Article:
As the reality of President-Elect Donald J. Trump’s dramatic victory began to sink in around the world, at least one region’s leaders popped open the champagne – if only metaphorically speaking, as they are Muslim.
The Kurdish People — America’s steadfast allies in Iraq — also feel taken for granted by President Obama’s foreign policy, and long for a course correction.
During the primaries, candidate Trump declared his solidarity with the Kurdish people on at least three separate occasions, establishing his position early on. Trump allies recently elaborated, expressing openness to the idea of an independent Kurdistan.
Secretary Hillary Clinton paid lip service to the Kurds during general election debates, but laced with nuanced caveats. She mentioned the intention to “consider” arming the Kurdish forces, but within the context of a united Iraq. As Kurdish participation in liberating areas from the Islamic State draws to a close, the issue would become politically and practically irrelevant by the time that her Pentagon would start assessing a change in policy.
There are very compelling recent and historic reasons that the Kurds hold hope that President-Elect Trump represents an opportunity to break from a status quo of neglect and betrayal.
Writing as someone who has been on the front lines on multiple occasions, it is an injustice to see the Kurdish forces endure years of ambush suicide attacks by ISIS jihadists emboldened with captured American equipment once provided to the Iraqi Army. Holding a 600-mile front against the deadliest terrorists in the world isn’t easy when lacking the essentials: vehicles, munitions, night vision, medical supplies. Ironically, the Kurdish forces sometimes get an upgrade when they capture American equipment from the Islamic State.
Another key point of contention with President Obama was the quick reversal of sanctions on Iran. The ability of ongoing armed and peaceful struggles of minorities against the regime to bring about change — such as that of the Kurdistan Democratic Party of Iran — is greatly diminished.
Across the border, the Kurds of Iraq and Syria also pay the price of a stronger Iran, which all but controls Baghdad. Baghdad has withheld some of the Kurds’ constitutionally-guaranteed share of the Iraqi federal budget, threatening Kurdish economic stability; many Kurds suspect pressure from Iran has contributed to this situation.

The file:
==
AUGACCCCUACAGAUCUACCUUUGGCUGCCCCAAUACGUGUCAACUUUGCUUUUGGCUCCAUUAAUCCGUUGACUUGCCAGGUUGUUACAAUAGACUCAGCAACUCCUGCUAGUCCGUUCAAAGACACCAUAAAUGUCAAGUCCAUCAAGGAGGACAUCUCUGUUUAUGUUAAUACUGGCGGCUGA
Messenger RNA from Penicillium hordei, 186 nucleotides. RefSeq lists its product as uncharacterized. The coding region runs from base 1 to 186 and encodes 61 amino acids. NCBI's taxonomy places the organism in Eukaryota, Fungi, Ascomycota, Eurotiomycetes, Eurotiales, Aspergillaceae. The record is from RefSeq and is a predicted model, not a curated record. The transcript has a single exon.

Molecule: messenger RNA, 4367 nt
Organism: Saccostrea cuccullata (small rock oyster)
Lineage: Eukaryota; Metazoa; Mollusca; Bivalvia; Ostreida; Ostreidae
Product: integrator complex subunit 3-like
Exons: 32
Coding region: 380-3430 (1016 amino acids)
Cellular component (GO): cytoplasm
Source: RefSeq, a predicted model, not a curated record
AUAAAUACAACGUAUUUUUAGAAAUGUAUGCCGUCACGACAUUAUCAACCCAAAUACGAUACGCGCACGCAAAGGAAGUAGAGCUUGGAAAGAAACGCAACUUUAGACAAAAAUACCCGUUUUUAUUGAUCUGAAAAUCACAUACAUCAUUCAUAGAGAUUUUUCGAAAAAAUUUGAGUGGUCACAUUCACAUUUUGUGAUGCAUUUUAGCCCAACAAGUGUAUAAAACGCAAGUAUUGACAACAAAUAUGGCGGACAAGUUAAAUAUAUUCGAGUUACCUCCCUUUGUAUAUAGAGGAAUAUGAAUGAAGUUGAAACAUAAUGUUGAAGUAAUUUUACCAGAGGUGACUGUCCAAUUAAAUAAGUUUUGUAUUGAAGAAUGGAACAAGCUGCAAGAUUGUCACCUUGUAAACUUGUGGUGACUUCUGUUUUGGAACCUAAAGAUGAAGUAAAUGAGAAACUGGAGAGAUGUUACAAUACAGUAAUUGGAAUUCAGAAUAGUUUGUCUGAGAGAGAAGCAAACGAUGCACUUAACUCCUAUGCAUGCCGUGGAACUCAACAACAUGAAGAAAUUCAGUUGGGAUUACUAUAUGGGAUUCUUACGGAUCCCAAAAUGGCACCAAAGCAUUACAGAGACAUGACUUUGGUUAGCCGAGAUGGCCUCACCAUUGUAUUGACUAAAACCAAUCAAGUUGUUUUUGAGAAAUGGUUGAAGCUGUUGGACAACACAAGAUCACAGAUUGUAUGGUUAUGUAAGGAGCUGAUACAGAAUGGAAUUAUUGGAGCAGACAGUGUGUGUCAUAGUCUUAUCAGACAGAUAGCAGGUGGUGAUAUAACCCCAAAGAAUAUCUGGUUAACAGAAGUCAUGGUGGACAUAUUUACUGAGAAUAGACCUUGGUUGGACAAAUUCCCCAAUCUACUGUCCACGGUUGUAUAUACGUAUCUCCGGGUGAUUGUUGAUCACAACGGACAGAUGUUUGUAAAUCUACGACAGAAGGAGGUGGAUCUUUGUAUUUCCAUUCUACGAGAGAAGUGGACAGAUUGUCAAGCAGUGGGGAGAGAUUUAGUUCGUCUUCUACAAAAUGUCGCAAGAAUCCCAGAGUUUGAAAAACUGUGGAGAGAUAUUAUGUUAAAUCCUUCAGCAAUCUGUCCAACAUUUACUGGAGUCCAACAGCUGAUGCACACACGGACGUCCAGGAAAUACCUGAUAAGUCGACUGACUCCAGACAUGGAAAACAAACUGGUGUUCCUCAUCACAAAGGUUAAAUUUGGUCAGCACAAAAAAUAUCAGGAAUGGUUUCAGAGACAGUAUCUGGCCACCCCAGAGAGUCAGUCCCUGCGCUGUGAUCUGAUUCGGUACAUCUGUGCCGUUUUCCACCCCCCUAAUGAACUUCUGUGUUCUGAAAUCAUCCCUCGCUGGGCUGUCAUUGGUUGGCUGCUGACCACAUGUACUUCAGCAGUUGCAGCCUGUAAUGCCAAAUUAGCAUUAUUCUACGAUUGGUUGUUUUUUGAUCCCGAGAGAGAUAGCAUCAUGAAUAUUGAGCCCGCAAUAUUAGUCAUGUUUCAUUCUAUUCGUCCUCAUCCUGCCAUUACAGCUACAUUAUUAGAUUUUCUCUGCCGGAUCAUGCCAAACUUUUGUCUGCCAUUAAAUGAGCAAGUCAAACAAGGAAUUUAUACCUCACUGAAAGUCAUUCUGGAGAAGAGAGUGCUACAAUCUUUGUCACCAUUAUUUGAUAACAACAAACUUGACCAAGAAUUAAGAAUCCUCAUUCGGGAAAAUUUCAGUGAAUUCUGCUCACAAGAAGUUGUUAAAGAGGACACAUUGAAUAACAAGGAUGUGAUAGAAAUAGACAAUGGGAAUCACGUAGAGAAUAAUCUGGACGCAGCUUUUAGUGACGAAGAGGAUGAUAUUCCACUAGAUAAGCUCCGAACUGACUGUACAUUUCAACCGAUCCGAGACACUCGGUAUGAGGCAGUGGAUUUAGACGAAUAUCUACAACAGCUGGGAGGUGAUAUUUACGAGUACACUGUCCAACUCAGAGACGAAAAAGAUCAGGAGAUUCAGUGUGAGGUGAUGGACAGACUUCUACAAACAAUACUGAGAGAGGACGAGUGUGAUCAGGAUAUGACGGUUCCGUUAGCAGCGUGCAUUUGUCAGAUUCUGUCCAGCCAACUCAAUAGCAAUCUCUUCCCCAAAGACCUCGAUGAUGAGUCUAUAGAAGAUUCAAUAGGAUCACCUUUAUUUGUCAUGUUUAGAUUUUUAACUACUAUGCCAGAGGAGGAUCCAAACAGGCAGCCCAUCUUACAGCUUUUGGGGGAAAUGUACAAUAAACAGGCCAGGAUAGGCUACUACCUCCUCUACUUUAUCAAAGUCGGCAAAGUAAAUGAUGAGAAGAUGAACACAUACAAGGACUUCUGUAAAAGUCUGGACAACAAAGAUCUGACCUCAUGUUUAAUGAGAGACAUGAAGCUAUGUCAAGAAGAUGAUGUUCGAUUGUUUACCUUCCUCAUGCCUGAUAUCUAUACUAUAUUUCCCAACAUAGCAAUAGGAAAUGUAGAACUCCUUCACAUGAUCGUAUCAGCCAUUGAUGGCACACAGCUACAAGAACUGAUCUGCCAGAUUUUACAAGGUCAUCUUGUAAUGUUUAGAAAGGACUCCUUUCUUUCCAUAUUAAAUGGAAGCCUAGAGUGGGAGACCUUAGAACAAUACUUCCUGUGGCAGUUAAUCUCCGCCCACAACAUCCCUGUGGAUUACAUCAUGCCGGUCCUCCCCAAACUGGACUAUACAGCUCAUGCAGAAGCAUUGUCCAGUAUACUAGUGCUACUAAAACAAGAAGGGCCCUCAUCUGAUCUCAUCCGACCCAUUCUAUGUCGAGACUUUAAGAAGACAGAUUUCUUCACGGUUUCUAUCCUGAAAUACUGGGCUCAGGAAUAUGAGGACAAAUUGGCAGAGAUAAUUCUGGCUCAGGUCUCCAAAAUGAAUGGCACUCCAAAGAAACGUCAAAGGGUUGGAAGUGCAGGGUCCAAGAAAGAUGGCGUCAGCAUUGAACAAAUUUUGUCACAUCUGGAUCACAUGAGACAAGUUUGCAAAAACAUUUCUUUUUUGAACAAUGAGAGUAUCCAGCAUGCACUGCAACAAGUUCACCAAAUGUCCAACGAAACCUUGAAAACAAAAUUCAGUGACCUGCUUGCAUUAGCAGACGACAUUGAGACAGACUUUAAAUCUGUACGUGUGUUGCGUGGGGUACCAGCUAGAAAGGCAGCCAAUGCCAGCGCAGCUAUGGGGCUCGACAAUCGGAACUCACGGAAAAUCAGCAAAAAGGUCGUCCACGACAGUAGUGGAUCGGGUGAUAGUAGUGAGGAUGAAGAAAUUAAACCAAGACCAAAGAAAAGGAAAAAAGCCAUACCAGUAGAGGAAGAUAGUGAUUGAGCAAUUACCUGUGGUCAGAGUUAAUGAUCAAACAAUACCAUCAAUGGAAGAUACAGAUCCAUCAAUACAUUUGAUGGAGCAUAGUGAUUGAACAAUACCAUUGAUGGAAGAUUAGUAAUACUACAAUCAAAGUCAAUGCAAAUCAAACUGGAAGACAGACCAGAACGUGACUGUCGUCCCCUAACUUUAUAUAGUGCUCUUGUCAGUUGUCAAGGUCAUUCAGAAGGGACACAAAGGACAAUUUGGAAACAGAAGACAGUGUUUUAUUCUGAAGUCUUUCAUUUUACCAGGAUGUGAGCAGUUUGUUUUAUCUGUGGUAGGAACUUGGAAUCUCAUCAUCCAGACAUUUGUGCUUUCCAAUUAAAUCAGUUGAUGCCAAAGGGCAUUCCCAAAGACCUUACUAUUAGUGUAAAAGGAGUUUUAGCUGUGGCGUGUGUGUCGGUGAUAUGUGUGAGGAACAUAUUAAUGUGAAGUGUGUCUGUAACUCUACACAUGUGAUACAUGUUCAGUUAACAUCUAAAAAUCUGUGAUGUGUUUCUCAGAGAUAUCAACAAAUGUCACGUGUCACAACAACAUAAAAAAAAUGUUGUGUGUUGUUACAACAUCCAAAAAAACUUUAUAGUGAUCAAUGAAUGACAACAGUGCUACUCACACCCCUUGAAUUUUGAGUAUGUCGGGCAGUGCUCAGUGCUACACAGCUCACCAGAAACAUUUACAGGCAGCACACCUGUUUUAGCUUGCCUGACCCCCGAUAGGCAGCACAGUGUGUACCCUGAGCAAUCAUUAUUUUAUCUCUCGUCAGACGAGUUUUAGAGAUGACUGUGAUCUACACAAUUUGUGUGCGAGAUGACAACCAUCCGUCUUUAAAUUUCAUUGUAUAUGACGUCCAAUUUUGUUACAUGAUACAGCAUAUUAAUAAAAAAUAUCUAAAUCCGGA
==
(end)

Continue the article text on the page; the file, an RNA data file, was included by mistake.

The effects of decimated finances are magnified by the trifecta of war with ISIS, hosting two million refugees and displaced persons, and the collapse of crude prices. Meanwhile, Obama’s Administration does little to pressure Baghdad and demand that a fair proportion of international aid arrives to the Kurds holding the line against ISIS.
Flush with American ransom money and foreign investment, the Iranian Shia crescent nears completion. Iranian-backed militants have strategically emerged as an inseparable part of the Iraqi forces. Hezbollah’s affiliate in Iraq races toward Syria to reinforce Assad, completing an uninterrupted route from Tehran to Israel’s northern borders. The arrival of these Shia militants means that the Sunni-affiliated ISIS has more to fight for. The stage is being set for the next round of sectarian onslaught — in spite of Secretary of State John Kerry’s remark that “…Iran in Iraq has been in certain ways helpful.”
The Trump Administration must ensure this pattern of neglected allies and emboldened enemies ceases.
Whether it is these recent events, or former Secretary of State Henry A. Kissinger’s infamous about-face to the Kurds, or the blind eye to the mass exterminations and gassing of 180,000 Kurdish civilians, or America’s incitement of Kurdish rebellion in the first Gulf War (only to then withhold aid), the Kurds have every reason to be cynical.
If President Donald J. Trump and his advisors from outside the “swamp” heed grave historical lessons, they will see the Kurds and Israel as true regional allies, amid a sea of erratic and dubious regimes. It is often said that President-Elect Trump tremendously values loyalty and ideological agreement, and the Kurds have demonstrated these time and again.
During the next Administration, we could very well see the rise of a second great democracy in the Middle East, the ironic first such success of “bringing democracy to the Middle East,” as it was those who destroyed Iraq in the name of democracy who emerged as the greatest obstacle.
For the Kurds to succeed in their statehood endeavor, the most difficult political and diplomatic challenges probably still lie ahead of them. But with President Donald J. Trump, it enters the realm of real possibility — hope and change that his predecessor did not offer.
Zach D. Huff, an expert on Kurdish Affairs and veteran of the Israel Defense Forces, splits his time between Tel Aviv, Israel and the Kurdistan Region of Iraq.